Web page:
On Saturday morning, Nia Amoruso will get in her car – packed with non-perishable foods, fresh produce from a community garden that she tends and sleeping bags – and start driving west. If she’s lucky, she’ll complete her trip, its end more than 1,700 miles away from her Norfolk home, within 48 hours.
Her destination? Standing Rock, North Dakota…
Amoruso said she had been following the story of a Native American nurse who was assisting people at Standing Rock when Amoruso noticed that she didn’t have adequate shelter to withstand the grizzly weather conditions.
“The nurse – she was really sick at the time. She wound up with pneumonia,” Amoruso said.
Inspired to act, Amoruso set up a GoFundMe fundraiser – a website that allows anyone to donate funds to any of the site’s user-created campaigns – to purchase first aid supplies and a medic tent for the nurse to use and sleep inside.
Slowly, donations started to trickle in from people who had seen the campaign shared on social media sites. Soon, Amoruso had raised more than $2,000 – enough to purchase a shelter.
Amoruso soon discovered that money wasn’t the only problem she faced. She didn’t know how to get the shelter to North Dakota.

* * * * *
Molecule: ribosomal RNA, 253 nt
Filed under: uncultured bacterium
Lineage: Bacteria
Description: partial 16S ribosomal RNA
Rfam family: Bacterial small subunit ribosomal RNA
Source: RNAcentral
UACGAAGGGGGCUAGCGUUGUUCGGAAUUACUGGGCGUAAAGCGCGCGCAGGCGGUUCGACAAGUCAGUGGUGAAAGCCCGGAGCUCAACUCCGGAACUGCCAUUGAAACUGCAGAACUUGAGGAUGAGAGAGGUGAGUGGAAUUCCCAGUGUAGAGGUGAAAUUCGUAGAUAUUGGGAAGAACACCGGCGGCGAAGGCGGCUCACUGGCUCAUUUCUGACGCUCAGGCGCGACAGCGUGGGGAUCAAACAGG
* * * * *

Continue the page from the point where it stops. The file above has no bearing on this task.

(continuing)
“I spoke with her and told her I wanted to get her a shelter,” Amoruso said, “but I had no idea how to get it to her. She only had a P.O. box, and you can’t send something so big to a P.O. box.”
By a stroke of luck, Amoruso was introduced to a woman named Mera Rose Doe who lives in Northern Virginia. A set designer, Doe wanted to use her talents to help provide shelter to those in need at Standing Rock but needed funds to make it happen.
“It was just by pure grace that I was able to connect with her,” Amoruso said.
Doe had also created an online fundraiser but hadn’t been able to raise enough money to build the structures. Combined, Amoruso and Doe now had everything they needed to build tiny houses.
According to Doe’s fundraiser, the winter dwellings will sleep up to 12 people. The houses will have finished floors, solar panels on the roofs and working stoves. As of Thursday evening, more than 25 people had volunteered to travel with Amoruso and Doe to help build the houses. Amoruso said they hope to construct three of the structures next week.
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